Too Big to Surveil—Next Book Drafted

So at 84k+ words in about 10 days—albeit a good many cobbled or rewritten from other things—my first-next project, Too Big to Surveil: Tech, World Peace, and Chocolate, is first-drafted.

It’s a nonfiction book translating my dissertation and postdoctoral research and beyond for a popular audience. Also a constructive, creative critique of the surveillance state. Also a travel memoir. I was going for Sarah Vowell meets, well, somebody much nerdier than Sarah Vowell. But being me, I probably also did lots of these poetic and non-linear things that I try to not do. But they happen anyway. I’ll probably have to fix that. And all the things. 

Now I am going to put this monster on a shelf and walk far, far away. For a few days. 


Dear Readers!

I want to ask who can help bake the cake. I have a tiered list of people I could ask, want to ask. There are seven tiers. There are a lot of people. I don’t want to bother any of them. Plus, it has to be, like, really good before I can ask. Obviously. 

Appropriately enough, there’s quite a bit in there about regress problems and how ideas create reality. So I’ll just leave you with a bit of Infinite Jest

“You’ve got … your Despairing type, who’s fine as long as he’s in the quick-improvement stage before a plateau, but then he hits a plateau and sees himself seem to stall, not getting better as fast or even seeming to get a little worse, and this type gives in to frustration and despair, because he hasn’t got the humbleness and patience to hang in there and slog, and he can’t stand the time he has to put in on plateaux, and what happens?”

“Geronimo!” the other kids yell, not quite in sync.

“You’ve got your Obsessive type … so eager to plateau-hop he doesn’t even know the word patient, much less humble or slog, when he gets stalled at a plateau he tries to like will and force himself off it, by sheer force of work and drill and will and practice, drilling and obsessively honing and working more and more, as in frantically, and he overdoes it and gets hurt, and pretty soon he’s all chronically messed up with injuries, and he hobbles around on the court still obsessively overworking, until finally he’s hardly even able to walk or swing, and his ranking plummets.”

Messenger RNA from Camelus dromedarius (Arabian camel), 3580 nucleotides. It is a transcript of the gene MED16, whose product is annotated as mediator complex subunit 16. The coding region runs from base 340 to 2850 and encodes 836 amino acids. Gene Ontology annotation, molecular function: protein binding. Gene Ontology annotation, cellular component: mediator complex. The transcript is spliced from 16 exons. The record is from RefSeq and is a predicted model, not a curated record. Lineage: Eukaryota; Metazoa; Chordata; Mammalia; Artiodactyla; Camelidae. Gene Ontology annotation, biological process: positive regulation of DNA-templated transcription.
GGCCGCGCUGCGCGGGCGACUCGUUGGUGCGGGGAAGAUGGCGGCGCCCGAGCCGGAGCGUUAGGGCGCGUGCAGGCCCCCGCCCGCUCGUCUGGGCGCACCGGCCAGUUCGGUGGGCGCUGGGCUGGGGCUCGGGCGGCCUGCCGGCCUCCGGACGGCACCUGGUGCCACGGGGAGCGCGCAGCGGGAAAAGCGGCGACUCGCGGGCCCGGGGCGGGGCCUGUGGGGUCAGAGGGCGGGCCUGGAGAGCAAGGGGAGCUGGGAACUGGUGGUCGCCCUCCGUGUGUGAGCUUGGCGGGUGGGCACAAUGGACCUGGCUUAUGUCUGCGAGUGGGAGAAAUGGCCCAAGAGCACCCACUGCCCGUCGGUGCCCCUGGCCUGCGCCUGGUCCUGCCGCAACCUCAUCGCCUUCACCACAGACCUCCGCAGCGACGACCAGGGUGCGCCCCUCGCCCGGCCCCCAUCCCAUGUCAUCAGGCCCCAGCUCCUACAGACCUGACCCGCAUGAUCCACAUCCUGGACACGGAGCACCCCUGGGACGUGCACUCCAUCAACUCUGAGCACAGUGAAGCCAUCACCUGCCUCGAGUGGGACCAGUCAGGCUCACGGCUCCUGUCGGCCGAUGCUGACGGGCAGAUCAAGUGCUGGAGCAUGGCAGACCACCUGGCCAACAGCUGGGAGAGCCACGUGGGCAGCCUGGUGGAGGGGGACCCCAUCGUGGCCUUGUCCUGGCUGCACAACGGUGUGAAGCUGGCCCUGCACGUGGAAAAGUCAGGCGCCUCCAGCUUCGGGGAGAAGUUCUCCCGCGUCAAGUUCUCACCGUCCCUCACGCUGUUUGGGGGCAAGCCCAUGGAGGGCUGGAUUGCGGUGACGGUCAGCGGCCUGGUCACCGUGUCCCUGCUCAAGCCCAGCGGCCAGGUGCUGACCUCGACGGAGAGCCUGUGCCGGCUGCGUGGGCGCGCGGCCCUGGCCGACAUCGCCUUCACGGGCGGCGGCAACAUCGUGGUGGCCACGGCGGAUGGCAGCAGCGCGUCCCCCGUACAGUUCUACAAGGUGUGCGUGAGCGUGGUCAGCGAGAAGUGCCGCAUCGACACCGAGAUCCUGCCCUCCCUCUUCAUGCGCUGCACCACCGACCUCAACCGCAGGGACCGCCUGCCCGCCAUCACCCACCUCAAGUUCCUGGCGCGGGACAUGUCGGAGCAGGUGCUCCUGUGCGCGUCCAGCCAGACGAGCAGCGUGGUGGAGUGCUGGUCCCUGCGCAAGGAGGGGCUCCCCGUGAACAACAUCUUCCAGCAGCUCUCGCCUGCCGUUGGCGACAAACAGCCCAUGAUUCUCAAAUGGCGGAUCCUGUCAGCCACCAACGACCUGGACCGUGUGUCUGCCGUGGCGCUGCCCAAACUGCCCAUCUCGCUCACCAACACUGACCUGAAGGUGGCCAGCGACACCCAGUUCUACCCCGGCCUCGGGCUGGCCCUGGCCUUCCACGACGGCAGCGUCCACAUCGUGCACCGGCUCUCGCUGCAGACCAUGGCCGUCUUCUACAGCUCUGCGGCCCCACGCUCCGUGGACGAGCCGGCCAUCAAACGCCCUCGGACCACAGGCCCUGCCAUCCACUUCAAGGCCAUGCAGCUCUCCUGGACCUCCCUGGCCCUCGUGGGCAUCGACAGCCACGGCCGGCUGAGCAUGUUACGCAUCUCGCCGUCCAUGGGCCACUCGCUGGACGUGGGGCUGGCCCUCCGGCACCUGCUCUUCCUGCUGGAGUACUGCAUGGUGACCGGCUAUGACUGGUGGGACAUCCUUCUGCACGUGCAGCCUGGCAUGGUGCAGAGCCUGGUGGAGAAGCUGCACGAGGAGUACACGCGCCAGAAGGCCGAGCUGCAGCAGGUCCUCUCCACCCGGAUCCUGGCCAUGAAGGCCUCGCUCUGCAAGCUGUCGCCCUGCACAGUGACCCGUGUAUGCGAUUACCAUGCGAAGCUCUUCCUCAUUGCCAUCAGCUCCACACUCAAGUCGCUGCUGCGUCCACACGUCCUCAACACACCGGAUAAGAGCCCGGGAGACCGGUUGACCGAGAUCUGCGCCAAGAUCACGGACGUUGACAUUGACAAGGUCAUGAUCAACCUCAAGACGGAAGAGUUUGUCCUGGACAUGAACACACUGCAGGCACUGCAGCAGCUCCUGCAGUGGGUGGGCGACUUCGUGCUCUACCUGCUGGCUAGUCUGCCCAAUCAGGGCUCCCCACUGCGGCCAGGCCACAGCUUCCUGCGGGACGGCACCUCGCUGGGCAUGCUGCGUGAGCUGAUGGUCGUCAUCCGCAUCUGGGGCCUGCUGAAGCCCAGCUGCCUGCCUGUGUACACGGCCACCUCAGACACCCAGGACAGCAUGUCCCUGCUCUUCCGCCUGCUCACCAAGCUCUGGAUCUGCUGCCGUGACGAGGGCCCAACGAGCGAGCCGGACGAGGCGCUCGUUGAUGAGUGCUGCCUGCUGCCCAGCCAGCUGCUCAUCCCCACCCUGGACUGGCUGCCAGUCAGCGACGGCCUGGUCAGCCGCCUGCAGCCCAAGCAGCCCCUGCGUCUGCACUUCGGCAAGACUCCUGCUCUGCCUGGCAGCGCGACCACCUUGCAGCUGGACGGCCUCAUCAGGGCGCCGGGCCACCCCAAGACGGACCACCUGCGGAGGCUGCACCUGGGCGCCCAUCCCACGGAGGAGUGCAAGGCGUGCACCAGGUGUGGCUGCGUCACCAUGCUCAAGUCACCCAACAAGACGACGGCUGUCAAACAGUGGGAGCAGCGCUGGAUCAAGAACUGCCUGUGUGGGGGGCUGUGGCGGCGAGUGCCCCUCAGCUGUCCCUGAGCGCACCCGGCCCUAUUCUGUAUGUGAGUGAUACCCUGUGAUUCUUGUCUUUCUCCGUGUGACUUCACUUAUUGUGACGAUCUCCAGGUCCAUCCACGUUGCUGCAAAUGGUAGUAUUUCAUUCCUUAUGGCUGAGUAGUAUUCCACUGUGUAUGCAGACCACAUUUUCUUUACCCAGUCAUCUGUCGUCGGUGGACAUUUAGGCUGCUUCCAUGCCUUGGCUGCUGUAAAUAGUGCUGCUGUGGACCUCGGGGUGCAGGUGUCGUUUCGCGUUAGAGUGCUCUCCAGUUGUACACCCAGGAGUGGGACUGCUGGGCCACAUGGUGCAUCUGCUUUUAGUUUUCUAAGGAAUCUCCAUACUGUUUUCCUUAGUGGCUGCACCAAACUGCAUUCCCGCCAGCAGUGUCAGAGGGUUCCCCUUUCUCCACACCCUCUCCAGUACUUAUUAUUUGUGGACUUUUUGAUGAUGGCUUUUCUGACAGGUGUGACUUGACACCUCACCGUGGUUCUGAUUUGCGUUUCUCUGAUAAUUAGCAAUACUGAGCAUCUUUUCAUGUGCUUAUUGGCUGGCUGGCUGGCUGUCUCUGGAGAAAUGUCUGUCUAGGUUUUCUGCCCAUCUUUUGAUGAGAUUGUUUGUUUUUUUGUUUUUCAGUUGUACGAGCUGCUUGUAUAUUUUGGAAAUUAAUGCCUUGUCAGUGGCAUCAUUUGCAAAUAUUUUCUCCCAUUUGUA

“Then [there’s] maybe the worst type, because it can cunningly masquerade as patience and humble frustration. You’ve got the Complacent type, who improves radically until he hits a plateau, and is content with the radical improvement he’s made to get to the plateau, and doesn’t mind staying at the plateau because it’s comfortable and familiar, and he doesn’t worry about getting off it, and pretty soon you find he’s designed a whole game around compensating for the weaknesses and chinks in the armor the given plateau represents in his game, still—his whole game is based on this plateau now.

And little by little, guys he used to beat start beating him, locating the chinks of the plateau, and his rank starts to slide, but he’ll say he doesn’t care, he says he’s in it for the love of the game, and he always smiles but there gets to be something sort of tight and hangdog about his smile, and he always smiles and is real nice to everybody and real good to have around but he keeps staying where he is while other guys hop plateaux, and he gets beat more and more, but he’s content.”